Classic DACB Collection

All articles created or submitted in the first twenty years of the project, from 1995 to 2015.

Lukwiya, Matthew

Evangelical Protestant

Matthew LukwiyaMatthew Lukwiya

It is our vocation to save life. It involves risk, but when we serve with love, that is when the risk does not matter so much. When we believe our mission is to save lives, we have got to do our work. –Dr. Matthew Lukwiya

Dr. Matthew Lukwiya could have held a comfortable medical position in England, the Middle East, South Africa, or wherever talented African doctors go, but he stayed in Uganda instead and died a horrible death from the Ebola disease?[1]

Dr. Lukwiya, forty-two, was the medical superintendent of a large Roman Catholic missionary hospital in Gula, a small town near the Sudanese border in northern Uganda. He had grown up poor in the region, his father a fishmonger, his mother a market trader, but a succession of scholarships sent him to school and medical school, where he continuously emerged first in his class. “Dr. Matthew,” as he was known to patients and staff, began his professional life as a staff physician at St. Mary’s Hospital in Gula, a state-of-the-art modern hospital run by an Italian Roman Catholic missionary order. St. Mary’s treated eighteen thousand patients a year and five hundred out-patients a day, including army and rebel soldiers in the troubled border region.

The physician was in Kampala, 250 miles away, when news of a strange disease spreading through the north and affecting hospital personnel resulted in his being recalled quickly to St. Mary’s. Dr. Lukwiya was enjoying an interlude of study and family life after seventeen years of fourteen-hour workdays. However, he left his wife, Margaret, and their five children behind in the country’s major city and headed back to his hospital. Margaret was an evangelical Protestant, and Matthew attended services with her twice a week in Kampala and became an active Christian himself.

Ebola, first identified in 1995 in the Congo, is transmitted through contact with infected body fluids, such as vomit, blood, or sweat. It had no known cause and no known cure. As might be expected, hospital personnel panicked. The nearly four hundred employees of St. Mary’s hospital were in revolt, and Dr. Lukwiya spent a day with them, inspiring some, cajoling others. He also took important steps to curtail the spreading epidemic, alerting authorities in Kampala to it, isolating victims in a special ward, and tightening safety precautions for medical personnel, whose bodies must be completely covered in protective gear before encountering patients. Dr. Lukwiya was one of the people who tried to make patients comfortable, but in doing so committed a fatal error, leaving his face uncovered. The mistake was not uncommon. Protective masks soon fogged up, making it difficult for doctors, who also wore gloves, to puncture veins and conduct other medical procedures.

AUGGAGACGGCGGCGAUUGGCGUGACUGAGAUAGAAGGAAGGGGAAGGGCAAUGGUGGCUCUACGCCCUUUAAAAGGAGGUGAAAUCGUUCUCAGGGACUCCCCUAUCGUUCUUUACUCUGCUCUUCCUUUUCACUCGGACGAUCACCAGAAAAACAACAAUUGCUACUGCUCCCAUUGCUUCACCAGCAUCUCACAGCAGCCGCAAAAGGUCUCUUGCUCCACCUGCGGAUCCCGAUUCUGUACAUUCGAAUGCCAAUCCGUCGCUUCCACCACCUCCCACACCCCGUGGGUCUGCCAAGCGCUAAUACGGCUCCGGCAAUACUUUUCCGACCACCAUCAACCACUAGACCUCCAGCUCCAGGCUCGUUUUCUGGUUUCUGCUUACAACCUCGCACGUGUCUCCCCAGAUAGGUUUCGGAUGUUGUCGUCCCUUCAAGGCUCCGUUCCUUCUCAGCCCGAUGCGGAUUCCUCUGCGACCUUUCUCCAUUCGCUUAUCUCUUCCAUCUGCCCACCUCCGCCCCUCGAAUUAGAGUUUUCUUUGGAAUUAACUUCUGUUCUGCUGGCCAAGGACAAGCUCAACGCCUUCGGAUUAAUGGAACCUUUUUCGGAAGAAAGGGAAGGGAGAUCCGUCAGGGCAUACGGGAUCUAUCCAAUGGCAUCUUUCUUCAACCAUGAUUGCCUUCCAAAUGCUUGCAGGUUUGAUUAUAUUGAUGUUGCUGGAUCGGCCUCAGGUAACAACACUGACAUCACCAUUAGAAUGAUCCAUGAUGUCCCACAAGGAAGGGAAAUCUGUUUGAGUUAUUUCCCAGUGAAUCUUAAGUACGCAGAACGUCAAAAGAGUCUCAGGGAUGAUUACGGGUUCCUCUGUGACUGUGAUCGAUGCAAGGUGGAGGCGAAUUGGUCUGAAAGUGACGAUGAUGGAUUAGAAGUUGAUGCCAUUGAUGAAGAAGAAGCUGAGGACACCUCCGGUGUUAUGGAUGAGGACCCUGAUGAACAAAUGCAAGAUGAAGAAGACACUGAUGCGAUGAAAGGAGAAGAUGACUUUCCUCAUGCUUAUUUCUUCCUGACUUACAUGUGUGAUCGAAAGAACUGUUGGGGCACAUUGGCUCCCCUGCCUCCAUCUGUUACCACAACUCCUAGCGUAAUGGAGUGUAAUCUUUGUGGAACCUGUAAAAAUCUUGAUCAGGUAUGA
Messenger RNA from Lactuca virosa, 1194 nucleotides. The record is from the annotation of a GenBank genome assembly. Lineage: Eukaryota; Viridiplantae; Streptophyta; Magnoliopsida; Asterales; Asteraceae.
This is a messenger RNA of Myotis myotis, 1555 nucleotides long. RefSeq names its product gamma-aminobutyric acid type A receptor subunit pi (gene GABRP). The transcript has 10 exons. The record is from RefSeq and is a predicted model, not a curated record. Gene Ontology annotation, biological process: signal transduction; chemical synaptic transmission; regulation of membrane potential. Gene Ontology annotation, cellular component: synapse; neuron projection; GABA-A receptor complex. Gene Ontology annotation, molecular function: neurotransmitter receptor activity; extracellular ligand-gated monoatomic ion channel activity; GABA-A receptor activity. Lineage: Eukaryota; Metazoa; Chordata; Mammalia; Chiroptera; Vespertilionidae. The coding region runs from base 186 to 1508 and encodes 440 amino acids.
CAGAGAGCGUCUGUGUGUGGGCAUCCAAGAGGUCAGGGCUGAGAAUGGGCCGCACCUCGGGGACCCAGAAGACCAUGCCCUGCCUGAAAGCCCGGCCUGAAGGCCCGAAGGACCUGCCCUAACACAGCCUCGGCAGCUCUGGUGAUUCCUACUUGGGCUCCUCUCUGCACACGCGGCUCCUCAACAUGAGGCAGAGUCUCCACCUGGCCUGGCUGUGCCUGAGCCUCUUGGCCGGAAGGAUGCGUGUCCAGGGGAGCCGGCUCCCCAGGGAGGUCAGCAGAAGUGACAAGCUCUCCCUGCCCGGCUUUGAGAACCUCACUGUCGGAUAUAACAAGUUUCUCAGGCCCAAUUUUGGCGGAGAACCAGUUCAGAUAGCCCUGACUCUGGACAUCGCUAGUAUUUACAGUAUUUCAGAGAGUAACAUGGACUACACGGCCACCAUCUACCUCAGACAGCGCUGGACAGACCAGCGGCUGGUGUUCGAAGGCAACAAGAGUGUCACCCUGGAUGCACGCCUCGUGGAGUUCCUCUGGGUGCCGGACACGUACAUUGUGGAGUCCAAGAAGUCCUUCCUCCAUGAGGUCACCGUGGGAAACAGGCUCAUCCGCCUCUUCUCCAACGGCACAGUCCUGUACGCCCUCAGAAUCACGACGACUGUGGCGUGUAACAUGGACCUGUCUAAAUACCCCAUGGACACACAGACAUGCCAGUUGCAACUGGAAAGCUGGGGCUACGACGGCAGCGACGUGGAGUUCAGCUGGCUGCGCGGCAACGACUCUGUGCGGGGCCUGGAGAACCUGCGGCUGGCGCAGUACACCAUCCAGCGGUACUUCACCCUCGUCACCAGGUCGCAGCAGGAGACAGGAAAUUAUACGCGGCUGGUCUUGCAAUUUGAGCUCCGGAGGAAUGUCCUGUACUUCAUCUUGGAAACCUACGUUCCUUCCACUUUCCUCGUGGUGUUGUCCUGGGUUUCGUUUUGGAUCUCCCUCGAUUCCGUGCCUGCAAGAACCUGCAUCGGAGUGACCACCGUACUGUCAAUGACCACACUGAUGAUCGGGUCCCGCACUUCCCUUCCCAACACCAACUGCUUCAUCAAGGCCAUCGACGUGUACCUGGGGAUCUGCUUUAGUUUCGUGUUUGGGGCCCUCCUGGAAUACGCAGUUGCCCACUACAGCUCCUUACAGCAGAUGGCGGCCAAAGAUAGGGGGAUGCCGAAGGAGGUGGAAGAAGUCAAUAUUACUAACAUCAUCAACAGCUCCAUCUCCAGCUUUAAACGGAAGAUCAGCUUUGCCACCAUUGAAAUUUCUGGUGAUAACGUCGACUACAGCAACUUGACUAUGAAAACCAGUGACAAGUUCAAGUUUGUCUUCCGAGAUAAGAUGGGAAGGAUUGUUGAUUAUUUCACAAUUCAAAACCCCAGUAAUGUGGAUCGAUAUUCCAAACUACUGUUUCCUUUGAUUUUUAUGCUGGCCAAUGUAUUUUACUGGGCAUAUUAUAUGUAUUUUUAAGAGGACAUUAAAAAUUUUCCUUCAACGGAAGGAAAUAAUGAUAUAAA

Soon Dr. Lukwiya was a patient himself. At first he thought it was malaria or another fever-causing disease, but gradually the truth was known - he had contracted Ebola, the 156th recorded victim of the outbreak. His wife came north but could not touch her dying husband. The best she could do was sit at a distance, clad in protective gear, and hold his foot with a surgical glove. He died on December 5, 2000.

Reflecting on his life, the physician’s widow remarked, “Matthew was not for worldly desires. He was just devoted to his patients. It was never business. It was just his patients. That was it.” One Good Friday, when rebels from a bandit group called the Lord’s Resistance Army came to kidnap an Italian nun for ransom, the African doctor persuaded them to take him instead, which they did for a week.

There never had been a question about what Dr. Lukwiya would do with his life. The brilliant physician wanted to stay in his native region and be a healer of people. He told his fellow medical professionals who were thinking of quitting, “It is our vocation to save life. It involves risk, but when we serve with love, that is when the risk does not matter so much. When we believe our mission is to save lives, we have got to do our work.” In a weakened state just before his death, he said, “Oh God, I think I will die in my service. If I die, let me be the last,” after which he sang “Onward, Christian Soldiers.”

O Christ, healer of nations and peoples, we thank you for the medical professionals of Africa, surgeons and nurses, pharmacists and health educators, herbalists and midwives, especially those who combat the spread of AIDS, Ebola, and other infectious diseases. Bless especially the memory of those, like Matthew Lukwiya, who laid down their lives for their people, as you did. Amen.

Frederick Quinn


  1. “A Vocation to Save Life,” Christian Century, March 14, 2001, 5.

This article is reproduced, with permission, from African Saints: Saints, Martyrs, and Holy People from the Continent of Africa, copyright © 2002 by Frederick Quinn, Crossroads Publishing Company, New York, New York. All rights reserved.